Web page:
Many Turks are spurning the offer of cheap borrowing brought about by President Recep Tayyip Erdogan forcing down interest rates, thus threatening plans for a big economic rebound pursued by the Turkish leader, according to a Bloomberg analysis released on November 6.
Erdogan wants Turkey’s economy, sent into recession earlier this year following the summer 2018 lira crisis, to recover with growth of 5% in 2020.
But many Turks, uncertain about the future, appear to be cutting back on investment and repaying debt instead of taking on loans made cheaper by monetary easing that has seen 1,000 bp wiped off their country’s benchmark interest rate since Erdogan, unhappy at a lack of rate-cutting, fired the central bank governor in July.
“Pessimism is at an all-time high,” Halit Direkci, who owns a $10mn poultry business in western Turkey, was quoted as saying. “I am investing less these days and rather focus on paying back all the loans I have withdrawn. I don’t want to make new investments through borrowing any more.”
Despite a raft of tax cuts and financial incentives, shoppers in Turkey are spending less than they were a year ago, meaning some local firms are struggling to sell their goods.
Turkey’s purchasing managers’ index, which measures manufacturing activity, fell back into negative territory in October as companies scaled back production due to a drop in demand at home and abroad.
“The main issue is the lack of confidence in the economy,” Zumrut Imamoglu, chief economist at TUSIAD, Turkey’s largest business group, was quoted as saying by the analysis.
Revenue at shopping centres in Turkey rose by 3.5% y/y in September, the Council of Shopping Centres – Turkey and Akademetre Research said in a report published on November 5, as cited by Ahval. Inflation was reported at an annual 9.3% during the month, meaning spending in real terms fell, just as it has for the past year.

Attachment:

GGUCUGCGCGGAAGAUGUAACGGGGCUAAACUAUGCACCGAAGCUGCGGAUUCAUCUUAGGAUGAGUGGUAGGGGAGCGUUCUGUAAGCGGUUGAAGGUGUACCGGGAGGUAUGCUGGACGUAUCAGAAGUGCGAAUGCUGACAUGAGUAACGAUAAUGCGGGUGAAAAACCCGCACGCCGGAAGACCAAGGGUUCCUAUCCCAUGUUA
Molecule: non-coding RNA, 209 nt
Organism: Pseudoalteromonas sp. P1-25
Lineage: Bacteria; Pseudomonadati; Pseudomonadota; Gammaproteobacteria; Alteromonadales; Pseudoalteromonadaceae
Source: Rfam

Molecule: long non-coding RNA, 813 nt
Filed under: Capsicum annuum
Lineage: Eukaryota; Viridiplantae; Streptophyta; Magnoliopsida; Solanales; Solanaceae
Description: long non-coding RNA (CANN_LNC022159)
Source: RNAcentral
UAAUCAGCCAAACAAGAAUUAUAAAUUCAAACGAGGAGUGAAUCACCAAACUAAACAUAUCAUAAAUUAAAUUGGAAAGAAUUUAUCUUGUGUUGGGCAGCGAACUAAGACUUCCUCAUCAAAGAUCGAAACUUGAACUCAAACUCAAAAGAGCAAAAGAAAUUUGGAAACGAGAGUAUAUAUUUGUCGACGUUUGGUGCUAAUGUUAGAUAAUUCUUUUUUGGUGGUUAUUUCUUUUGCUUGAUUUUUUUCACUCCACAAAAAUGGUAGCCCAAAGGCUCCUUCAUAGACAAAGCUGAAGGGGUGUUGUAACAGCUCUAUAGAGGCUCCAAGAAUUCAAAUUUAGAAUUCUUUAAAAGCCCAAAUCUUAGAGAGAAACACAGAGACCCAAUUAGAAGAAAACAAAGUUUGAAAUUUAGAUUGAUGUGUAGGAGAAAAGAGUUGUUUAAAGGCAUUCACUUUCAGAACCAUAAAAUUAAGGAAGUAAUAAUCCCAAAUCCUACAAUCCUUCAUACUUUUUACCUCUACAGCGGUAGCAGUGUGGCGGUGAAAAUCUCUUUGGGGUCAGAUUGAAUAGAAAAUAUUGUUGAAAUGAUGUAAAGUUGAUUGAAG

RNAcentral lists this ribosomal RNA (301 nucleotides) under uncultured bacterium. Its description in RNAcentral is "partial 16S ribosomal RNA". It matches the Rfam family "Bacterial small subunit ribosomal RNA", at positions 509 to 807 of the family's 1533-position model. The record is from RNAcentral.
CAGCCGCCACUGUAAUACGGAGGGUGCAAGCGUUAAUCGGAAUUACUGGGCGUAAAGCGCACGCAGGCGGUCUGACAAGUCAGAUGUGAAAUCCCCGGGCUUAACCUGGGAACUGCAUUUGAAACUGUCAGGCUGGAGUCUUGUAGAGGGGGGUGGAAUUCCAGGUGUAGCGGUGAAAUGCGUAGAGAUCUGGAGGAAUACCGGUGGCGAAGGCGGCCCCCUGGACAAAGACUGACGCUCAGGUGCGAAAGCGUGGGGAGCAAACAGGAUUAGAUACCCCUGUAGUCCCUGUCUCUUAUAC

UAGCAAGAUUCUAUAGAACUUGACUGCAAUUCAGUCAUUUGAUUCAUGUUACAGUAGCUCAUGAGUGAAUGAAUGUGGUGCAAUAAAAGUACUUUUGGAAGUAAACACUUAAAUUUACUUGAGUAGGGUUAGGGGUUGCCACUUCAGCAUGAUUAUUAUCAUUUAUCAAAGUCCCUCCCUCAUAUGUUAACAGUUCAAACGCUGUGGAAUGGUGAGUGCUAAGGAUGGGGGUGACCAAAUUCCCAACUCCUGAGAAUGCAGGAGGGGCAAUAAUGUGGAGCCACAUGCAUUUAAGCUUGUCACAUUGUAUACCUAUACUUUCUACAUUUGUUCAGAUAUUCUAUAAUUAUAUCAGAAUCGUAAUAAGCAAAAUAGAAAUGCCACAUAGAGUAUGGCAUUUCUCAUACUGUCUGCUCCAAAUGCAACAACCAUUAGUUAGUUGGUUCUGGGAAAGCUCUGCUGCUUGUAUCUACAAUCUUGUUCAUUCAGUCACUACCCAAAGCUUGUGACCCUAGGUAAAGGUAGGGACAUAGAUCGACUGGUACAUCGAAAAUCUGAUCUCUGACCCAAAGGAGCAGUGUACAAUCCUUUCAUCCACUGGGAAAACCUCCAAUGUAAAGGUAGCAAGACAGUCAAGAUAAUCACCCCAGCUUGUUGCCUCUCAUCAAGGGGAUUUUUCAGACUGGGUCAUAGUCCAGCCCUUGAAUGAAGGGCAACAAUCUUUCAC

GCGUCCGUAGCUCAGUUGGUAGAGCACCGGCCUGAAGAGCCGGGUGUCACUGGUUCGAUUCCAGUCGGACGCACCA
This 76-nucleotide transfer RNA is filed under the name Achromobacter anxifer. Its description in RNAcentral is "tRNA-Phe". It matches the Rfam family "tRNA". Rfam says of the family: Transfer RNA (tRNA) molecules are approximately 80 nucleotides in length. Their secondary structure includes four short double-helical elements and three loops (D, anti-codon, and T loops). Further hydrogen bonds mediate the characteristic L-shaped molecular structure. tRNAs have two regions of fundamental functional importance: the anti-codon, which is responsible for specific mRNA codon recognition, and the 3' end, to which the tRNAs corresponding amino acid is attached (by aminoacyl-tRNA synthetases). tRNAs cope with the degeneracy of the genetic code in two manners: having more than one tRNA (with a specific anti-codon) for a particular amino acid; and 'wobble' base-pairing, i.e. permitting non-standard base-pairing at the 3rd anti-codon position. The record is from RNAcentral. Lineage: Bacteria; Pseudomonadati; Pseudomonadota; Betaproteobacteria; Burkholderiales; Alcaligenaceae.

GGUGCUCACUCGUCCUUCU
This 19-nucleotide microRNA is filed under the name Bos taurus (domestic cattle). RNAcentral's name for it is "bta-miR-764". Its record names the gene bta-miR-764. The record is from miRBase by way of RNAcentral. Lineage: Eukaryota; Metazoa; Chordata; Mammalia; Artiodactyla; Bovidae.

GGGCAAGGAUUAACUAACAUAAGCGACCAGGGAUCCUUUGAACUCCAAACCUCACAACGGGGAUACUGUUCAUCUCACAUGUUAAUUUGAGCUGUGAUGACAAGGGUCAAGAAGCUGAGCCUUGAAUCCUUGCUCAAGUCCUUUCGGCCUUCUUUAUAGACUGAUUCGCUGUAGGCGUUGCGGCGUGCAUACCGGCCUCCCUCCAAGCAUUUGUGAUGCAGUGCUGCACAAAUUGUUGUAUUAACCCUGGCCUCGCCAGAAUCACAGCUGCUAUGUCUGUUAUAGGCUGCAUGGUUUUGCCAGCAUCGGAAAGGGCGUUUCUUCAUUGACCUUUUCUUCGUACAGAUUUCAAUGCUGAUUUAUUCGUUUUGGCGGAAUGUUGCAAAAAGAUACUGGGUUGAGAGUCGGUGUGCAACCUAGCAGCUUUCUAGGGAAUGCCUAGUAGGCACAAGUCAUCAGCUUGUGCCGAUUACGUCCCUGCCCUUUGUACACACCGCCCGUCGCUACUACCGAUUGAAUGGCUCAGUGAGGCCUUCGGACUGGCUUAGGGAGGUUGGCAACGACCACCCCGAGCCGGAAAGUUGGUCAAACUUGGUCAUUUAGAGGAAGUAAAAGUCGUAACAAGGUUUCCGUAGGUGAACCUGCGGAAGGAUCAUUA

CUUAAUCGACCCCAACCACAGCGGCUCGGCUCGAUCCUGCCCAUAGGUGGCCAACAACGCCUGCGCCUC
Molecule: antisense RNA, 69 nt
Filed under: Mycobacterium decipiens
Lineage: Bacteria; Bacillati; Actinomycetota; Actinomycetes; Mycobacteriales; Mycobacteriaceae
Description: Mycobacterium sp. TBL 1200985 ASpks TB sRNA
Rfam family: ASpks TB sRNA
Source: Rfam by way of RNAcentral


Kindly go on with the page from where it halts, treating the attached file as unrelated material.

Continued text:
Loans in Turkish lira, when adjusted for inflation, hardly grew in the three months to September compared with the previous quarter, when they contracted by 3.2%, Bloomberg noted. Fixed capital investment has contracted for four-straight quarters. At the same time, corporates are reducing their stock of foreign loans and expanding their holdings of foreign exchange.
The Turkish central bank rewards banks that grow their loan books by between 10% and 20% annually. It penalises those who do not.
“It will be challenging to kickstart growth through the credit channel,” European Bank for Reconstruction & Development (EBRD) President Suma Chakrabarti said in an interview with Bloomberg. “Corporates and banks are very heavily leveraged compared to 10 years ago. So it’s not going to be easy to stimulate the economy though this mechanism.”
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